Economists may be offering a balanced interpretation of the Federal Reserve’s July meeting minutes released Wednesday, but bond investors are having much stronger feelings that a September rate increase may not be in the cards.
With the Fed’s next policy announcement less than a month away, focus across financial markets has been whether the central bank will deliver its first rate increase in nearly a decade on Sept. 17. Economic data have sent mixed signals, so many bond-market participants were keen on finding a “smoking gun” in Wednesday’s minutes to suggest policy makers are ready to act.

EU’s 2016 stress test will include 50-60 euro zone banks
Francesco Canepa and Huw Jones – Reuters
Between 50 and 60 euro zone banks will be included in next year’s stress test of top EU lenders, fewer than half of the number in the 2014 exercise, a European Central Bank spokeswoman said on Friday.

Wrong Fix for Short-Term Corporate Thinking
Barry Ritholtz – Bloomberg
Every now and then a remarkably bad idea springs to life. It gets debated, ridiculed and eventually discarded. In the marketplace of ideas, free and open debate help to determine which ideas are useful and which wind up in the rubbish heap. (John Stuart Mill was onto something). We tolerate reprehensible ideas because, ultimately, free speech leads society toward a greater truth.
Today’s column is about a concept so misguided and ill-conceived that it cries out for a debunking.
The idea is that publicly traded corporations should stop reporting their quarterly financial results.

Barclays must face U.S. class action over Libor
Jonathan Stempel – Reuters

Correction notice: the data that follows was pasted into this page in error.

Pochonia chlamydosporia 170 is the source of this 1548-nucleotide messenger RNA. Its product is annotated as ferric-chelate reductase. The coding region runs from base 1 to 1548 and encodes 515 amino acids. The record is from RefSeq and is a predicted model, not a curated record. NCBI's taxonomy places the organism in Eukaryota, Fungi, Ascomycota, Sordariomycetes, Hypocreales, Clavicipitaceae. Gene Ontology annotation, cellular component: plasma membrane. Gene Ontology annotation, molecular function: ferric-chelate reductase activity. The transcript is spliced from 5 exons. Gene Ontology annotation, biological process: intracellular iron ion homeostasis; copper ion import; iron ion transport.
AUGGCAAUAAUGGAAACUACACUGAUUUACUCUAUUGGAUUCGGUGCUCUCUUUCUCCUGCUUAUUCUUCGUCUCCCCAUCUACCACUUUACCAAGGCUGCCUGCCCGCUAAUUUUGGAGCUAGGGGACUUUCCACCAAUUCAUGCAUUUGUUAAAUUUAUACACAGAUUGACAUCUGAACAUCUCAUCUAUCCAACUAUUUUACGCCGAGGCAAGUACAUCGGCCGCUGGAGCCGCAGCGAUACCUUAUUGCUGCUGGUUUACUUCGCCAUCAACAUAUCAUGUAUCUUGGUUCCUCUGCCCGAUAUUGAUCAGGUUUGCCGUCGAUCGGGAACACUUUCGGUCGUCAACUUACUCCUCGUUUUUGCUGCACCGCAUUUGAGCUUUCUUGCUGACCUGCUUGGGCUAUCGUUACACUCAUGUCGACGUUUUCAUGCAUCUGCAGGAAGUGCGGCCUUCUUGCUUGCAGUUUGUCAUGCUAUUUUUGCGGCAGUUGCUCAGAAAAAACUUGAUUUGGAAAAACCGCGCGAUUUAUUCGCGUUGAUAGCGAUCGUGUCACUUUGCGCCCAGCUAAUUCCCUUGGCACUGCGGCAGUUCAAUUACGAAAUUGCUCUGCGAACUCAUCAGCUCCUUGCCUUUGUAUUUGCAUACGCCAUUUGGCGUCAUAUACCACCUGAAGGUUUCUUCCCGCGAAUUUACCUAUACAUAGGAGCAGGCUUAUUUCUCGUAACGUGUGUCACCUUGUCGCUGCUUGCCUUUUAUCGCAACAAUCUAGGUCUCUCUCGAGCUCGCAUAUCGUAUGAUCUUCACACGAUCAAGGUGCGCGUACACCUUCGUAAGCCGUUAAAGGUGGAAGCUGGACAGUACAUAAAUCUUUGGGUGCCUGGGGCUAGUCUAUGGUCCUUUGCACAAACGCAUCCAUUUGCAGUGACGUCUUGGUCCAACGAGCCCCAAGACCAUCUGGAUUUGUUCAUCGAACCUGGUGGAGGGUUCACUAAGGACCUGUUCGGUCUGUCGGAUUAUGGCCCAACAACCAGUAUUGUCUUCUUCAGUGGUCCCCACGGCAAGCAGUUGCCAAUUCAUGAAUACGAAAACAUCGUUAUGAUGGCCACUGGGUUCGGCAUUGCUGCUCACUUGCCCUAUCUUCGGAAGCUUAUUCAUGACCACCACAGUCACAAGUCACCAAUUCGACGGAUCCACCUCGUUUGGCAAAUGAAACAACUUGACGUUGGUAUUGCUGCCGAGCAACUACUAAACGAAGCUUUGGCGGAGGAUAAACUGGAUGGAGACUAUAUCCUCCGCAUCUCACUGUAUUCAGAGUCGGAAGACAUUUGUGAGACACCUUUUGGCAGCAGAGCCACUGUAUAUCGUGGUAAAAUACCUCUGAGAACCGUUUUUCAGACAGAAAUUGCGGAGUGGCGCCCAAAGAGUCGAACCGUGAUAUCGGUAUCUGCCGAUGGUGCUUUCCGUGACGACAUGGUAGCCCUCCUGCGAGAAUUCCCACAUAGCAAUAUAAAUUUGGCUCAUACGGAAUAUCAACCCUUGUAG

Barclays Plc shareholders who accused the British bank in a lawsuit of inflating its stock price by manipulating the interest rate known as Libor may pursue their case as a class action, a U.S. judge ruled on Thursday.

JPMorgan Warns This Emerging-Market Credit Strength May Fizzle
Lisa Abramowicz – Bloomberg
Try figuring this one out: Emerging-market stocks have gotten pummeled over the past few weeks while corporate bonds from the same regions have outperformed many other assets.
How does this make sense? It doesn’t really, especially as China shows more signs of slowing, said Scott McKee, head of an emerging-markets corporate-debt group at JPMorgan Chase & Co.’s asset-management unit.

Japan Bond Trading’s 73% Drop to Record Shows Stimulus Damage
Kevin Buckland and Shigeki Nozawa – Bloomberg
Japanese government bond trading has slumped to a record low and the Bank of Japan’s own analysis shows a market still in stress across a range of indicators.
Trading volume sank to 15.6 trillion yen ($127 billion) in July, based on BOJ calculations using figures from the Japan Securities Dealers Association on Thursday. That’s down 73 percent from as high as 57.4 trillion yen in April 2012, a year before BOJ Governor Haruhiko Kuroda began unprecedented debt purchases. While a central bank report released Tuesday showed falling transactions and negative interest rates on repurchase agreements, it also signaled improvements in bid-ask spreads and the price impact of orders.

Ex-head of New York bank sentenced to two-and-a-half years prison for TARP fraud
Nate Raymond – Reuters
A former president of a failed New York bank was sentenced to 2-1/2 years in prison on Thursday after becoming the first person to be convicted for trying to defraud the U.S. government bailout program established during the financial crisis.

Blame Wall Street Dealer Retreat on Lower Risk, Flash Trade
Alexandra Scaggs – Bloomberg
Wall Street dealers should blame their financial-crisis hangovers and high-speed traders for the decline in their balance sheets, not just government regulations, Federal Reserve Bank of New York researchers say.